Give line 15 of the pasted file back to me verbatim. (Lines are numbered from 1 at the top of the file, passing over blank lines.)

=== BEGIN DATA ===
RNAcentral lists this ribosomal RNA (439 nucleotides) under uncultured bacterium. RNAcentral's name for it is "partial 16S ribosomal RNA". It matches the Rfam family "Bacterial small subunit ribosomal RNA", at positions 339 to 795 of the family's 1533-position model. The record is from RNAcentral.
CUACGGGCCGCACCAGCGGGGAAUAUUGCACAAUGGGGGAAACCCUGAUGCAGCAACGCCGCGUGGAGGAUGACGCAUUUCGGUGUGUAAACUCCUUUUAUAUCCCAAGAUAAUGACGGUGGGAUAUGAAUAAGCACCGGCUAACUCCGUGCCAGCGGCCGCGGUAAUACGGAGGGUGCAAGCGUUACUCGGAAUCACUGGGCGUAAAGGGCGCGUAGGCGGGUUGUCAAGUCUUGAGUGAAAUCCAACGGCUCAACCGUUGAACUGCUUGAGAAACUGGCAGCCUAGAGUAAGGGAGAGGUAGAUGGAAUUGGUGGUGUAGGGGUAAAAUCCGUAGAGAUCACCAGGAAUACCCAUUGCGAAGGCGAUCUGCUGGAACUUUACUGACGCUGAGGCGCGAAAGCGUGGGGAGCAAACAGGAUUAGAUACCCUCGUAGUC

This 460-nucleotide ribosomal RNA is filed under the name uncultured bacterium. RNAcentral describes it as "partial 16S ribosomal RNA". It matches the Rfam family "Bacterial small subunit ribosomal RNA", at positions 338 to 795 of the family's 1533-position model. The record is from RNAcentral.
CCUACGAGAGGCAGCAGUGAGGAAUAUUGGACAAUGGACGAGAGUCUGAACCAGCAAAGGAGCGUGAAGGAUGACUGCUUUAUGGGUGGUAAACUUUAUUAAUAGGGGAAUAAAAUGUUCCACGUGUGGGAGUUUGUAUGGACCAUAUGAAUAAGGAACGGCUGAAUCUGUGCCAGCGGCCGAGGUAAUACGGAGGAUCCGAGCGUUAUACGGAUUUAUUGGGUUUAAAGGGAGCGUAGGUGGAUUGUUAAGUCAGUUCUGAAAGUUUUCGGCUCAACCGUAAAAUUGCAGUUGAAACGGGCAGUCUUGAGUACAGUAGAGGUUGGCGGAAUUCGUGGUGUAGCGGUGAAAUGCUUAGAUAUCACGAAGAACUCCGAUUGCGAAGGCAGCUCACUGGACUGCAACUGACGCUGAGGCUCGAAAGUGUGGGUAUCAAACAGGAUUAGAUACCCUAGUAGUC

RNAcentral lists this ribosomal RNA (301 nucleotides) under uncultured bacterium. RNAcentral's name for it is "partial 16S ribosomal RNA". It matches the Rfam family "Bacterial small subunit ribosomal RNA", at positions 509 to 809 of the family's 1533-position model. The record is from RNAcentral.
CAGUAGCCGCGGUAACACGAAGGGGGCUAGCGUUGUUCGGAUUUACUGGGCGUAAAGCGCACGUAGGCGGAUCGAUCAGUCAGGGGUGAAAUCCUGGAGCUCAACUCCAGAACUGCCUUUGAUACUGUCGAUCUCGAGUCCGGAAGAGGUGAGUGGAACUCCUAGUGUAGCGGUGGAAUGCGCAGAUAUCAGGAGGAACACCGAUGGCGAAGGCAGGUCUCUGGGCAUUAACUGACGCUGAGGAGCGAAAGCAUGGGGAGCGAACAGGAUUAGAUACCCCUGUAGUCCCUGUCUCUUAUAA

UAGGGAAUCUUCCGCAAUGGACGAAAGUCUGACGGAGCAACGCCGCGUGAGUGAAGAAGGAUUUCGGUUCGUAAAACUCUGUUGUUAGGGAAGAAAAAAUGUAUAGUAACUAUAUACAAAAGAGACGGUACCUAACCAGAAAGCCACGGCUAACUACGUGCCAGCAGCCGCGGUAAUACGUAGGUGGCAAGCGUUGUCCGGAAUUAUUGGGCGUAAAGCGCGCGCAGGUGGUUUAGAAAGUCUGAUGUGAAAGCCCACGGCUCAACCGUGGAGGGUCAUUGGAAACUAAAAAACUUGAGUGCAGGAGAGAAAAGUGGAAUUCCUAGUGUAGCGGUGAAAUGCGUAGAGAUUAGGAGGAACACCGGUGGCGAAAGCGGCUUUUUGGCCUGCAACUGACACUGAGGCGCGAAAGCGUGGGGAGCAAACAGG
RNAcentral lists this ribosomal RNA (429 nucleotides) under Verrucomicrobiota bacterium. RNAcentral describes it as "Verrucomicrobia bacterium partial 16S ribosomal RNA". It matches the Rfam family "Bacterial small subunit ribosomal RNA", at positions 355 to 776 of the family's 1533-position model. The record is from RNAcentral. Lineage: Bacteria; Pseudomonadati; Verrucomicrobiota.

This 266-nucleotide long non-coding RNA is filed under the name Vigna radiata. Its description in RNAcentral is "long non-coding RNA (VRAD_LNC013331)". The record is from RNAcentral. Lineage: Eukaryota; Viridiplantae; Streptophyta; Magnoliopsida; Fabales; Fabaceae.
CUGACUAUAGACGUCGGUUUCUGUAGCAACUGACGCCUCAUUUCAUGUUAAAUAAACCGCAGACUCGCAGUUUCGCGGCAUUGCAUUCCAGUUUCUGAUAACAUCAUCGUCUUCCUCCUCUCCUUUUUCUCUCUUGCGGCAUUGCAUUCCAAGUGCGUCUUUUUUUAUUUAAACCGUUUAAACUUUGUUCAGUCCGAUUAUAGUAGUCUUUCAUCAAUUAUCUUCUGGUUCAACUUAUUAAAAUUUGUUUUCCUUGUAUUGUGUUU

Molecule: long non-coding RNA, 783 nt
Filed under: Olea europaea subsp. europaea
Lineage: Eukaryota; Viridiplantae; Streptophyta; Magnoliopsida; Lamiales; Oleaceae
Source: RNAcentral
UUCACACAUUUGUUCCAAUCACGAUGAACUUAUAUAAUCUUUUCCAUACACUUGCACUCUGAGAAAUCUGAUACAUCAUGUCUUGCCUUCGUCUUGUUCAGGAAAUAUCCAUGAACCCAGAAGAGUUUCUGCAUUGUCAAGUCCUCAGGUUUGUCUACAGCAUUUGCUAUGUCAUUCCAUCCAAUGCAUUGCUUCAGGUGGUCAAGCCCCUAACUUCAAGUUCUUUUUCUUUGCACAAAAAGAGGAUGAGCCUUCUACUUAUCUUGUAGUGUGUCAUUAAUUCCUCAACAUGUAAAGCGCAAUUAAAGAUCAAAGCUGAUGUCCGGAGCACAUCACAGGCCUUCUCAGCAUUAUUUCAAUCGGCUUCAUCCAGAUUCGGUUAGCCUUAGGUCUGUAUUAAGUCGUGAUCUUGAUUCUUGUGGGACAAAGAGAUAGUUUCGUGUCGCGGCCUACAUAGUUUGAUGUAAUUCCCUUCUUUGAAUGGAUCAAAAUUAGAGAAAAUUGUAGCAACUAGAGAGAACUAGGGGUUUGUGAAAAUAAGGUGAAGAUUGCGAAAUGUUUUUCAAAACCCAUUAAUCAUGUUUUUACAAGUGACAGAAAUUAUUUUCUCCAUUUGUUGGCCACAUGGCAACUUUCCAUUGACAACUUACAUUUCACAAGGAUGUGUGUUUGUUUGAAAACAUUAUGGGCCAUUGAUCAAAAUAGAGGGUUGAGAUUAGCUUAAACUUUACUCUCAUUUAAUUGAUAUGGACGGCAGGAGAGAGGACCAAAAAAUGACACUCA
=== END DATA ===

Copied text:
UUCACACAUUUGUUCCAAUCACGAUGAACUUAUAUAAUCUUUUCCAUACACUUGCACUCUGAGAAAUCUGAUACAUCAUGUCUUGCCUUCGUCUUGUUCAGGAAAUAUCCAUGAACCCAGAAGAGUUUCUGCAUUGUCAAGUCCUCAGGUUUGUCUACAGCAUUUGCUAUGUCAUUCCAUCCAAUGCAUUGCUUCAGGUGGUCAAGCCCCUAACUUCAAGUUCUUUUUCUUUGCACAAAAAGAGGAUGAGCCUUCUACUUAUCUUGUAGUGUGUCAUUAAUUCCUCAACAUGUAAAGCGCAAUUAAAGAUCAAAGCUGAUGUCCGGAGCACAUCACAGGCCUUCUCAGCAUUAUUUCAAUCGGCUUCAUCCAGAUUCGGUUAGCCUUAGGUCUGUAUUAAGUCGUGAUCUUGAUUCUUGUGGGACAAAGAGAUAGUUUCGUGUCGCGGCCUACAUAGUUUGAUGUAAUUCCCUUCUUUGAAUGGAUCAAAAUUAGAGAAAAUUGUAGCAACUAGAGAGAACUAGGGGUUUGUGAAAAUAAGGUGAAGAUUGCGAAAUGUUUUUCAAAACCCAUUAAUCAUGUUUUUACAAGUGACAGAAAUUAUUUUCUCCAUUUGUUGGCCACAUGGCAACUUUCCAUUGACAACUUACAUUUCACAAGGAUGUGUGUUUGUUUGAAAACAUUAUGGGCCAUUGAUCAAAAUAGAGGGUUGAGAUUAGCUUAAACUUUACUCUCAUUUAAUUGAUAUGGACGGCAGGAGAGAGGACCAAAAAAUGACACUCA